Dame for a laugh: Joke king Alan McHugh makes panto fans titter from the Alhambra to the Palladium

His Majesty's Theatre Snow WHite Panto with Alan McHugh.

FOR Alan McHugh, a pantomime isn’t just for Christmas.

Because while the panto season ends for everyone else in January, it’s only just beginning for the Glasgow-born actor and writer.

As well as appearing as the dame in His Majesty’s Theatre in Aberdeen each year, Alan also writes an incredible 31 scripts for pantomimes throughout the UK.

From Aberdeen to the London Palladium and Belfast to Llandudno, the former High Road actor is responsible for making audiences around the country cheer and boo, laugh and scream, each Christmas.

“I start writing in January and finish in October. Basically, my whole life is a panto – just ask my wife,” Alan laughed, describing his role as taking the audiences on a “rollercoaster ride of nonsense”.

“The only way to do it is to be very disciplined with deadlines, as that provides structure and sanity. If I sat down in March with 31 scripts to write, I would freeze in terror.”

Alan, who kicked off his 15th year as panto dame at His Majesty’s in Snow White And The Seven Dwarfs last night, never intended to become Britain’s panto king.

“I fell into writing,” he admitted. “When I became dame at the Adam Smith Theatre in Kirkcaldy, the scripts were off-the-shelf English pantos and I asked the producer if I could rewrite the dame’s lines.”

It went so well he was soon asked to write the entire script.

After eight years there, he moved on to be dame in Aberdeen.

“It was the same there,” Alan said. “I asked if I could rewrite the dame’s lines to make it more local and within two years I was writing it all.”

Over the years, producers Qdos, who are in charge of major pantos throughout the UK, have asked Alan to write more and more scripts.

Although it appears to be an incredibly daunting task, Alan says it’s not quite as difficult as it sounds.

“Out of the 31 pantos, there might be five Aladdin productions, five Jack And The Beanstalks, and so on, so the same basic story is there.

“And they might tell me to take, for example, last year’s Birmingham script and adapt it for Plymouth, Belfast and Llandudno, telling me who the actors are for each so I can write jokes in for them, as well as for the locality.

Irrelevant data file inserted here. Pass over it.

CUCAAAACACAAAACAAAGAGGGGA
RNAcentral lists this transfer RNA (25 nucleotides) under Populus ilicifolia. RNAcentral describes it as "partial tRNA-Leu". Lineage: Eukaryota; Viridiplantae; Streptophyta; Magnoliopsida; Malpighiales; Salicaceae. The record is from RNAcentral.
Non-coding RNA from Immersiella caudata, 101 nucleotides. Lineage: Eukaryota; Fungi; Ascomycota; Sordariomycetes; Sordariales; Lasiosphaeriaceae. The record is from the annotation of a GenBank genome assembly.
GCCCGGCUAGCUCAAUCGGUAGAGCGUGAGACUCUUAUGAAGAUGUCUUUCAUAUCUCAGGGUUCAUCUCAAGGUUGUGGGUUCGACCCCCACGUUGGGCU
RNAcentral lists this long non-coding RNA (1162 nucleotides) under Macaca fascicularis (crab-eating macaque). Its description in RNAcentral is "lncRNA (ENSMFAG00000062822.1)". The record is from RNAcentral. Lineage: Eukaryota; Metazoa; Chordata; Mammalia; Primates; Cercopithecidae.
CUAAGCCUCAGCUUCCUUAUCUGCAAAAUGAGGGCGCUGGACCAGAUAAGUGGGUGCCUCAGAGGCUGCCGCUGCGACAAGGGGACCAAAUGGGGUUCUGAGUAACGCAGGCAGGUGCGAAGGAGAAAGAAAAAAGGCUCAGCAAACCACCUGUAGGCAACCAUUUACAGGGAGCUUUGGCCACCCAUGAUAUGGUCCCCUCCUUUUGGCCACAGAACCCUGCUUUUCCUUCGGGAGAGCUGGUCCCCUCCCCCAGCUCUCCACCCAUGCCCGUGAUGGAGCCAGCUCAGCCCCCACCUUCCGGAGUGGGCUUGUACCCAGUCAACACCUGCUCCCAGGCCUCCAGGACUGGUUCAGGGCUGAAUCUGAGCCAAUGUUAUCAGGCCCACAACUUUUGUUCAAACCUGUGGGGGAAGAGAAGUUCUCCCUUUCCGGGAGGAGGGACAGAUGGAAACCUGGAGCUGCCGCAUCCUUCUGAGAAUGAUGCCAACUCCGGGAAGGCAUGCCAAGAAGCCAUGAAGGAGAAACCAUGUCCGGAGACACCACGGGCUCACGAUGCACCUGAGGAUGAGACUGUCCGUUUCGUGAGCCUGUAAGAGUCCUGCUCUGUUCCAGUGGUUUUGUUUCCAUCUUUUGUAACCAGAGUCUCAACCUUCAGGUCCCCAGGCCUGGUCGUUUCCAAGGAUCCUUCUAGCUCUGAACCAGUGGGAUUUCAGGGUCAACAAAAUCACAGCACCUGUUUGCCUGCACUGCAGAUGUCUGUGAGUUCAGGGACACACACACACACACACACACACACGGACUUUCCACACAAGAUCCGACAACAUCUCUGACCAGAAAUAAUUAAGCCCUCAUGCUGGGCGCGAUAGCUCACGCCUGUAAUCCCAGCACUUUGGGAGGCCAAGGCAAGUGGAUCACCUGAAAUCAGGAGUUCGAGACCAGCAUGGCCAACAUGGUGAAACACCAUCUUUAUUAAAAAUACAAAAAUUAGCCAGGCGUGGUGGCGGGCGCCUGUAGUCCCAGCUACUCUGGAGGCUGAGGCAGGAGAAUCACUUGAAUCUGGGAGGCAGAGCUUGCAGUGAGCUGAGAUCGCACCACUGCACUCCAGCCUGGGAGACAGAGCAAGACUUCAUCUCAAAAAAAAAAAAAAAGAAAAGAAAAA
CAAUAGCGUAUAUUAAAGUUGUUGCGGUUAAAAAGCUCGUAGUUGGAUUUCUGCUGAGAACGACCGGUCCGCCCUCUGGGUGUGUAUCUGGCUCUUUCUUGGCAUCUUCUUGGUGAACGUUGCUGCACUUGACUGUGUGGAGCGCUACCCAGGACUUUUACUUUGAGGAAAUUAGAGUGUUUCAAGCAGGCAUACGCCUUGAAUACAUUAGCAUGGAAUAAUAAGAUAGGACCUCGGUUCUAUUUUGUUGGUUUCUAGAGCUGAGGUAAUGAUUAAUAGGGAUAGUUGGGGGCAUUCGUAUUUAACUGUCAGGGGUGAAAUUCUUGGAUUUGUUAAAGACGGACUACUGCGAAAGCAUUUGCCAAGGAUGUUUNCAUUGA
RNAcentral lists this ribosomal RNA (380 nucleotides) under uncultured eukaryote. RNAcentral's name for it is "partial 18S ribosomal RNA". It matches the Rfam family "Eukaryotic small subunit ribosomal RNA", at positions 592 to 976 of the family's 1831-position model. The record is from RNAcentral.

“I know a lot of the local information from doing this over the years, but the internet is a good source, too. About 80% of local gags are moveable feasts, like rough areas, football teams, rivalries between towns, and so on.”

Alan, who grew up watching Stanley Baxter, Jimmy Logan and Francie and Josie in Glasgow pantos, says he feels a huge responsibility and insists that panto remains important.

“People say it’s only panto and you can put on any old rubbish, but you lose an audience doing that,” he said.

“It’s often the first time a child has been to the theatre and you can get them for life or lose them for life.”

Alan’s first pantomime came as a final-year student at the in-house production at the RSAMD, now Royal Conservatoire, in 1991.

“I played a Teenage Mutant Ninja Turtle alongside David Tennant, who remains a good friend.

“We had to come out of a manhole cover on stage and chase through the audience, with the kids almost ripping our costumes off each show.

“And when I was at Adam Smith Theatre, James McAvoy’s first acting job was to play the daft boy to my dame. We were Betty and Bobby Buckfast – but he doesn’t seem to put that on his CV!”

Despite the huge amount of writing he does, Alan says performing is still his number one. “You can’t beat the buzz,” he added. “I’ve still managed to fit in a couple of film roles, some TV jobs, a couple of theatre roles and a radio part this year.

“There’s never enough acting work for all the year round and the projects dovetail well – it saves me from having to go and get a job in a pub!”

Snow White And The Seven Dwarfs, His Majesty’s, Aberdeen, until January 6.